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Seven-year-old Aaliyah Rosa’s death was caused by a combination of factors, including drowning, drugs, possible strangulation, and blunt trauma to her head, pathologist Dr. Lisa Steele testified Monday in a New Westminster courtroom.
Steele was resuming her testimony in the trial of Langley’s KerryAnn Lewis, Aaliyah’s mother, who has pleaded not guilty to a charge of first-degree murder in the July 22, 2018 death.
“This case is incredibly difficult and there are a lot of findings that aren’t a slam dunk, for lack of a better word,” Steele noted at one point during her testimony.
Steele testified that there were multiple signs indicating that Aaliyah had suffered lack of oxygen to her brain, and that she had likely breathed in water before her death. Water was found in her lungs and stomach, as well as in a sinus cavity connected to her nose.
A toxicology report prepared by the RCMP also showed the presence of both lorazepam, commonly sold as Ativan, and diphenhydramine, better known as the over-the-counter allergy medication Benadryl, in Aaliyah’s stomach.
The girl had a fairly high concentration of Benadryl in her system, according to the toxicology report, Steele said.
Crown prosecutor Christopher McPherson also asked Steele about other injuries to Aaliyah, including one to the muscles in her neck, and a couple of blows the girl appeared to have taken to the back of the head.
Steele said it was possible that the drugs alone could have caused Aaliyah’s death, and the other injuries could have contributed as well.
“There’s no way to really tease out one and only one thing that’s responsible for Aaliyah’s death,” Steele said.
Either the drugs or the drowning, alone, could have caused death, she said.
A significant amount of the cross-examination of Steele focused on injuries or damage to Aaliyah’s brain.
Defense lawyer Marilyn Sandford tried to suggest that Aaliyah did not drown at all.
Steele had testified that Aaliyah had swelling in her brain, which could have been caused by drowning, other forms of asphyxiation, or a blow to the head.
Sandford asked if the brain swelling, could have been a pre-existing condition for Aaliyah.
“I highly disagree with that,” said Steele.
The pathologist then went through a litany of technical factors suggesting why it was unlikely that the brain swelling took place before the injuries leading to Aaliyah’s death.
She also said it was very likely that a child of seven with hydrocephalus – often known as water on the brain – would have symptoms that would have been apparent to others.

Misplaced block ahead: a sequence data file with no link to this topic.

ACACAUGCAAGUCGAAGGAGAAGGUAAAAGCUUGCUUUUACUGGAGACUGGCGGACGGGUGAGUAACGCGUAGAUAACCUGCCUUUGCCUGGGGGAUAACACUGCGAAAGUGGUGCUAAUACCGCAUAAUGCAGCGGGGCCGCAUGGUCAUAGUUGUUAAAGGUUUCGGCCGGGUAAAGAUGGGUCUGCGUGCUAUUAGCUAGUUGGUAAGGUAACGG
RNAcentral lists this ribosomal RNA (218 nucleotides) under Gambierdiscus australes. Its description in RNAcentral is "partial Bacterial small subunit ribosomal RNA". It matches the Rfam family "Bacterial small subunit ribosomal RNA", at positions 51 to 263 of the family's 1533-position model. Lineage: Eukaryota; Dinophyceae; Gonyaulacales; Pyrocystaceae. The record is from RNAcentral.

Sandford also asked about how difficult it was to prove 100 per cent that drowning was a cause of death.
Steele agreed that it was very difficult to show drowning as a definitive cause. Water was found inside one of Aaliyah’s sinuses, which is an indicator that she tried to take a breath while under water, but it’s not the only possible reason, Steele agreed.
Sandford zeroed in on Steele’s testimony that there were “red neurons” in Aaliyah’s brain. These are neurons that are damaged and changed in colour due to a lack of oxygen.
But Sandford said that such damage takes time, and is associated with a lack of oxygen and then resuscitation and survival for at least four to six hours after that, not a rapid death.
“It depends on how quickly you drown,” Steele said.
She agreed that four to six hours is a rule of thumb, but there has been no research on children.
Finally, Sandford suggested that Aaliyah had actually died of a blow to the head, combined with a pre-existing issue of brain swelling.
Steele did not believe that had happened.
“The blunt force head trauma that she sustained was in my opinion not severe, and in and of itself may have been survivable,” Steele said.
The drugs in her system would have meant she could have been submerged in water and died from that, Steele said.
“I do think that she drowned.”
McPherson followed up and asked whether it was possible for someone to be immersed in water, suffer lack of oxygen, survive for a time afterwards, but still die, thus creating the “red neurons.”
“That doesn’t necessarily mean the person will survive the original deprivation, is that right?” McPherson asked.
“Correct,” said Steele.
“They could still die?”
“They could still die, yes,” she said.
The court has already heard from witnesses who found Aaliyah’s body, as well as multiple police investigators and emergency responders.
Steele is the last witness scheduled to testify in the trial, which began in October and has been plagued by delays linked to the health of witnesses – several of whom have either contracted COVID-19 or been exposed to it and forced to isolate – and of the accused.
Lewis collapsed in the courtroom in early December on one occasion.
Following Steele’s testimony, the Crown and defence lawyers are expected to make their final arguments before Justice Martha Devlin renders her verdict.